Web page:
The Yajiagama Cave system is located in the Western part of Kume Island and delves extensively under the surrounding area. From the entrance, the cave goes along an easy to follow path until they open to a beautiful area open to the outside.
From this open area there are two more paths that lead to different exits. These other paths are usually closed due to wet weather, though if you travel with a local or a guide you might find a way through. Most people choose to return the way they came from this area.
Along the first stretch of caves are two interesting rock formations. As you can see, the picture on the left shows what is eerily similar to a woman or monk praying or meditating. The lighter area could be the face while the darker brown would be the hair, flowing down to shoulders.
If you visit after rains there may be a pool of water just before this formation. Don’t worry, there’s a metal walkway that crosses over. You can use the water and a flashlight to really bring the formation alive with an interesting play of colors.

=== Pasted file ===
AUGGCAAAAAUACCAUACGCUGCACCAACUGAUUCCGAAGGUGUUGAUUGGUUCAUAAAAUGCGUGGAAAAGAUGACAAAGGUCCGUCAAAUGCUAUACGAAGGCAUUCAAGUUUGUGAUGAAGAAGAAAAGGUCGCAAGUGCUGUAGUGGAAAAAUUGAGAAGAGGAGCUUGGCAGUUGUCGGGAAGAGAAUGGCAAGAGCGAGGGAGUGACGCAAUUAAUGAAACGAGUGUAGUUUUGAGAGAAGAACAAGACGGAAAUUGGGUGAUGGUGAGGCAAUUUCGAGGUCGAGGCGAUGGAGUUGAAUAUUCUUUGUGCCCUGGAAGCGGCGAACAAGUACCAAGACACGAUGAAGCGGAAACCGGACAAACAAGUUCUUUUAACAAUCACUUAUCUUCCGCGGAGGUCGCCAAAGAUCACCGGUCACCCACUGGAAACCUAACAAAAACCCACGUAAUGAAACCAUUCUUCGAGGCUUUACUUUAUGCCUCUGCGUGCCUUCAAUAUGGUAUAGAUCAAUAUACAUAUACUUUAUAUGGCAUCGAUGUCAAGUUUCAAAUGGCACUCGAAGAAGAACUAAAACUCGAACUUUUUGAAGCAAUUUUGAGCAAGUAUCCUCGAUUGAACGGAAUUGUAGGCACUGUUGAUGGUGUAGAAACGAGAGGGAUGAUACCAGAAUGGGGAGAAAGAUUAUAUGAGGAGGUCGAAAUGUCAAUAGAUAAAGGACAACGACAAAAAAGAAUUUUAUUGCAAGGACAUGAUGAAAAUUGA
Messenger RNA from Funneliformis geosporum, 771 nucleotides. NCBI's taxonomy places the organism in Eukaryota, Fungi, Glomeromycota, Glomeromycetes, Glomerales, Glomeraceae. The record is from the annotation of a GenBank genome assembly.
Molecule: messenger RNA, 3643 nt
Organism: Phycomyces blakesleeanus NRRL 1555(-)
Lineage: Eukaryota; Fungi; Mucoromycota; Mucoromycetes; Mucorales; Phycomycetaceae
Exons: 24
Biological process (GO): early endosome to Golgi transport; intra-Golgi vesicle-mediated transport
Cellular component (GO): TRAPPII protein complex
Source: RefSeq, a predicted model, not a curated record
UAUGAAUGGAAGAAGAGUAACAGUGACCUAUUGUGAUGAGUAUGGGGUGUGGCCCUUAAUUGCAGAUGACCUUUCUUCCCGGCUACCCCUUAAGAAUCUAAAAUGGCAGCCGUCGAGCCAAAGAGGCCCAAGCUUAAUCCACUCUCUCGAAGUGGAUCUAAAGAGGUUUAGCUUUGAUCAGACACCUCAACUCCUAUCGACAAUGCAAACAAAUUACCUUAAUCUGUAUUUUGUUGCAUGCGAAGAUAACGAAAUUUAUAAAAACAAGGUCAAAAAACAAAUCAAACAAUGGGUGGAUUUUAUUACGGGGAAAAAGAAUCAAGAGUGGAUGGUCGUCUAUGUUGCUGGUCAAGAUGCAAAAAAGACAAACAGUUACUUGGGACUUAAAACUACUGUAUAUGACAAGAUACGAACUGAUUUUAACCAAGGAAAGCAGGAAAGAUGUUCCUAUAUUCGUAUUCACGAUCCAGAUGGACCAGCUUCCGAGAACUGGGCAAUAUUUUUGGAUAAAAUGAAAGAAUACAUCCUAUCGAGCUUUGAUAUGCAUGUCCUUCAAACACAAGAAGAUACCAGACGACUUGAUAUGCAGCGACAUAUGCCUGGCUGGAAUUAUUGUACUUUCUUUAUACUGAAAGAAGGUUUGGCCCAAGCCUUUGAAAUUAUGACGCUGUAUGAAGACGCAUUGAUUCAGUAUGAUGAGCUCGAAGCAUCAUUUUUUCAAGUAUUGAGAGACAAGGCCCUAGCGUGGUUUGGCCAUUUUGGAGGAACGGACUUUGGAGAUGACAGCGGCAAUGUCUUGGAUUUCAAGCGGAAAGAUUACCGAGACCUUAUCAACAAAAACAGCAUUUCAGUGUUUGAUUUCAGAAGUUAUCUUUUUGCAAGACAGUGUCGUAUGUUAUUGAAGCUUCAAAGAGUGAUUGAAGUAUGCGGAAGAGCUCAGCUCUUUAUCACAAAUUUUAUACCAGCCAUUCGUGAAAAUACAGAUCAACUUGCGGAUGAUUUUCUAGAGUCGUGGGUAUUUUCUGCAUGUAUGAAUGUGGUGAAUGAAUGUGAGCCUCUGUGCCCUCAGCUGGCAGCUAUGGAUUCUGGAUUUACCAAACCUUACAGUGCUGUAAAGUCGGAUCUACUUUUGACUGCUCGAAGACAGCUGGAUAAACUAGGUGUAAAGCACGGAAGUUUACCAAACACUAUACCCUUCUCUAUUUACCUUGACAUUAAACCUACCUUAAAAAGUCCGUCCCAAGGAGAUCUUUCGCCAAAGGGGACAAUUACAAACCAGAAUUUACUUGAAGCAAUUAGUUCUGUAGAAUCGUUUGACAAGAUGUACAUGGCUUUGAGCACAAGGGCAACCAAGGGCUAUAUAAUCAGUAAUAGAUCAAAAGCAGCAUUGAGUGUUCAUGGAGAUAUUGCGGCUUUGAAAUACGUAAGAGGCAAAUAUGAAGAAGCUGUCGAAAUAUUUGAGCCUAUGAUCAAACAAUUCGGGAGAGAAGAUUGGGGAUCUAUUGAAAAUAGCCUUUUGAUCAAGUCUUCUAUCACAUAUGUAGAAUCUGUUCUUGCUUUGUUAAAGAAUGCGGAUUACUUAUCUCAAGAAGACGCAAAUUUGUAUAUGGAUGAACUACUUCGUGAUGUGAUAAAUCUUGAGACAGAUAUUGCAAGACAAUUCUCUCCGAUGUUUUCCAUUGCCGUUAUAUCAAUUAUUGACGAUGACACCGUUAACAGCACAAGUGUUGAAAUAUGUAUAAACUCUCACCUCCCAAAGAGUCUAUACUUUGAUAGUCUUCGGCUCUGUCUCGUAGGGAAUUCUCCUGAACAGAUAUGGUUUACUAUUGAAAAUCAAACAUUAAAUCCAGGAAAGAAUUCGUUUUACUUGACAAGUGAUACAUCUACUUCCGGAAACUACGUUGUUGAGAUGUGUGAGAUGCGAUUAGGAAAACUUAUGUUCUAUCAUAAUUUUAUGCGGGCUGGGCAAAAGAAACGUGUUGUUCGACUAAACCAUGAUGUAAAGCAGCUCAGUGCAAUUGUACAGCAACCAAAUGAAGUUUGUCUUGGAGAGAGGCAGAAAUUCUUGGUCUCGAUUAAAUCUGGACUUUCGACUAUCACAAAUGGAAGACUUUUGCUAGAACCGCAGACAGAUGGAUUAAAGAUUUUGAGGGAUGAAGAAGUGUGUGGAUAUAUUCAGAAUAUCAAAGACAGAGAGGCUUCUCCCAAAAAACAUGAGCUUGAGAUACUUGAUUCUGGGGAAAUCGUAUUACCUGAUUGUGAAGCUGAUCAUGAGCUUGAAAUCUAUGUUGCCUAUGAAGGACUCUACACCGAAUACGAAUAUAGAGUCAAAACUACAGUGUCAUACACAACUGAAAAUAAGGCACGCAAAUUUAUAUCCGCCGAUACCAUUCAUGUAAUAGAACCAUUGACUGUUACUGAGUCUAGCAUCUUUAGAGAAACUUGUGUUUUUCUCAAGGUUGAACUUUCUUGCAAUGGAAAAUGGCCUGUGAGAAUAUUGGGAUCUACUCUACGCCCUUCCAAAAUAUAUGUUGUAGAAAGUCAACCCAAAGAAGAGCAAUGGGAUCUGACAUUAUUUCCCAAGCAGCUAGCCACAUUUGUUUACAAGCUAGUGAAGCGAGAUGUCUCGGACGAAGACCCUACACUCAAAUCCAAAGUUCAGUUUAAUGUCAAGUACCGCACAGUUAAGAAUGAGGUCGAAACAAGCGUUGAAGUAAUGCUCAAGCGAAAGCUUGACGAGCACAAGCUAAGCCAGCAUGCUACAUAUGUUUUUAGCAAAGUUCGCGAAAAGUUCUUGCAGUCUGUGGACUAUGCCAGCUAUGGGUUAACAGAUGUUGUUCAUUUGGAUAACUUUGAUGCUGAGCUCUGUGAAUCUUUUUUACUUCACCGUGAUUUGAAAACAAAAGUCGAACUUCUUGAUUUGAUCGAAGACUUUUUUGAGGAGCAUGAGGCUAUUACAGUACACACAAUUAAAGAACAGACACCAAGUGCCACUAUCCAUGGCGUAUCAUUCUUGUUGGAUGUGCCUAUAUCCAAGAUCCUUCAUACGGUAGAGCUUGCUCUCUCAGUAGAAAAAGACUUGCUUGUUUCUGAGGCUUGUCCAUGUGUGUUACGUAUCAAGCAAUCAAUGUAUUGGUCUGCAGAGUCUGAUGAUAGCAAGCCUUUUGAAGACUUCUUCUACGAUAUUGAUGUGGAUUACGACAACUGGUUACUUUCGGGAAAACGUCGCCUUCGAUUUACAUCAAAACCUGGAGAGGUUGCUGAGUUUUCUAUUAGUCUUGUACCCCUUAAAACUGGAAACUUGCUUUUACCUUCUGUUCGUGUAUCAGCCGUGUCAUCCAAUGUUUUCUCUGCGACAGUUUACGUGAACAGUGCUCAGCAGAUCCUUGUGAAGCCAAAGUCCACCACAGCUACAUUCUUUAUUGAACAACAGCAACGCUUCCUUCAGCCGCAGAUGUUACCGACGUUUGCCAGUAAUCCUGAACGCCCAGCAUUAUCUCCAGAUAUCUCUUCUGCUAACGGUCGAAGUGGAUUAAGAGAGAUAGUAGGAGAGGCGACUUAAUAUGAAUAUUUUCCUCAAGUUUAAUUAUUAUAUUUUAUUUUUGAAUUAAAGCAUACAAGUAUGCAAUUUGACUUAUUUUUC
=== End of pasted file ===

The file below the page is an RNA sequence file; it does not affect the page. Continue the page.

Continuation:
The other rock formation follows just after and is in the shape of a shisa, an Okinawan protector spirit.
Throughout the caves there are places where the walls seem to glitter if you shine a light just so. You might also spot small bats along the way!
In the central area and both entrances, you might also spot a quantity of clay pots, many of them broken. You might also notice that many of them contain human remains. In Okinawan culture, it is common for bodies to be cremated or buried in ohaka. You’ll see many of these house or oval shaped tombs built into cliffs or caves. During a time of sickness over a hundred years ago, there was no ohaka large enough for all who died, so they were placed in the caves. Today you can still see the types of pottery used and even some of the remains as earthquakes and storms have damaged some. Some Okinawans offer money to the spirits to pray for them, while others avoid the caves altogether.
There is often a guide available to lead you through the caves from around 12:00 to 4:00 that carries lights. If he’s not around you can still enter but make sure you bring your own lights and are very careful. Also be aware that habu, a type of poisonous snake on Kume, might seek an escape from overly warm or cold temperatures in the caves.
A skylight opens at the main entrance to the caves, with roots stretching towards the ground.